The Yogurt Games On Facebook: Influence Vs. Sentiment


Yogurt650The battle spoons have come out. In an interview with the San Francisco Chronicle, Chobani Chief Marketing Officer Peter McGuinness declared, “2014 is the year of the yogurt wars.” With Super Bowl Sunday on the horizon, we’re about to witness the first of many battles. Greek yogurt titans Oikos, Yoplait, and Chobani are all looking to capitalize with primetime spots during Super Bowl XLVIII, but is reach all they’re after? If so, they’re making a mistake. In a market that accounted for $ 7.6 billion in sales in 2013, there’s already a high level of general awareness. More than starting the conversation, brands need to work on shaping it, and influence in the Greek yogurt market is the holy grail. For that, brand advocacy is key, and Facebook is an open door.

Keywords In Yogurt Brand Communities


While Chobani certainly has the richest history on the Greek yogurt shelves (39 percent market share in 2013, according to Sanford C. Bernstein), the brand is losing traction both in the market and its own Facebook brand page. In the Chobani community of 860,000, nearly all posts are spoiled by large comment threads referencing the company’s GMO (genetically modified organisms) woes and very public breakup with Whole Foods Market. We used the Crowdly Keyword Tracker to measure the most influential and frequent words in the Chobani brand community. Unfortunately, “GMO” was the overwhelming winner — fan comments containing “GMO” generated an astounding 37 times as many likes as other more positive keywords such as “yogurt” and “love” over the past two weeks.

Influence Of Keywords Via Likes Generated

Comparatively, Chobani’s competitors are enjoying mostly positive sentiment in their own communities, with “Full House” and “John Stamos” as the most influential two keywords in the Oikos community (a nod to its spokesperson and recent ad campaign) and “love” as the leader in Yoplait. The shift in sentiment between the Chobani community and its competitors represents a more important shift in the hearts of the Greek yogurt consumer — one that will surely dictate a victor in the battle for customer loyalty.

Shades Of Influence: Advocates And Trolls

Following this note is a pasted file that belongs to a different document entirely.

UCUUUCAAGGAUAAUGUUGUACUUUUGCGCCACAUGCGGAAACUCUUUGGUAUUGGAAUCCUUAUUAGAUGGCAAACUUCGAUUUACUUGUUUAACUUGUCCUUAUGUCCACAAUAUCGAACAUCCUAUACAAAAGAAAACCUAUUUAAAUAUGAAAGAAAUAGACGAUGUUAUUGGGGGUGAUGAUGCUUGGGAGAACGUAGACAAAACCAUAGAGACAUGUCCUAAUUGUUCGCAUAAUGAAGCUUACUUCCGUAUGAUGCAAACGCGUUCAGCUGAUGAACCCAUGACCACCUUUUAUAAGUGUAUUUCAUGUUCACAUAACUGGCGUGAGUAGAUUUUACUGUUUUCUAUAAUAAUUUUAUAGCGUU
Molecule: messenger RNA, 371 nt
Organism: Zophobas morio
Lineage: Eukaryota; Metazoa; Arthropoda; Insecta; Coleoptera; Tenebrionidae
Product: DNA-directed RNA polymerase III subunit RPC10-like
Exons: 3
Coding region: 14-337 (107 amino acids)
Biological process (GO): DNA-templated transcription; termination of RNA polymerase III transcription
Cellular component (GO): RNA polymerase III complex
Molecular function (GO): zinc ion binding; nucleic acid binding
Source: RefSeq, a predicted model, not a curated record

For Facebook brand communities, we track advocate retention to determine fan loyalty within a brand community. This metric looks at how well a brand does in driving regular re-engagement from its top 5 percent. The most influential fans that drive these brand conversations are typically overwhelmingly brand advocates, but occasionally, persistent brand detractors, the community “trolls,” will make their way into the top 5 percent. Both types of influencers contribute by consistently engaging with brand content and other fans, and shaping the conversations within that page.

A healthy advocate retention score hovers between 15 percent and 25 percent, depending on industry, and both Yoplait (21 percent) and Chobani (18 percent) hit the mark, while Oikos (7 percent) comes up short. The main difference is that Yoplait’s community is built on conversations with true fans (advocates), while Chobani’s consistent engagement is mostly the result of trolls redirecting the conversation back to the brand’s use of GMOs and its recent recall.

Brand advocates are certainly mixed in with the trolls and come to Chobani’s defense, but with little to no response from the brand. This ostrich approach — in which Chobani buries its head, hoping that the naysayers eventually tire of their onslaught of criticisms — is dangerous and inevitably a doomed approach. What I’ve found is that trolls, driven by one or more negative issues, are engaging dozens of times each as the brand retreats, while advocates raising their hand as brand defenders find themselves unsupported and rarely bother coming back.

Nurturing fans like “Advocate No. 1” and addressing the concerns of members like “Troll No. 1” (both pictured below) is necessary for Chobani to shift the conversations from offensive attacks from its own Facebook community to appreciative and useful commentary on what the brand is trying to do.


The Writing On The Wall

Heading into Super Bowl Sunday, now is the time for each brand to leverage its own Facebook community to gain maximum buzz before, during, and after the game. With a growing, enthusiastic fan army to bolster all of its efforts and deep pockets to help facilitate growth, Yoplait should expect to gain serious market share in the yogurt aisle in 2014.

Dan Sullivan is the founder and CEO of “after-like marketing” firm Crowdly.

Generic yogurt image courtesy of Shutterstock.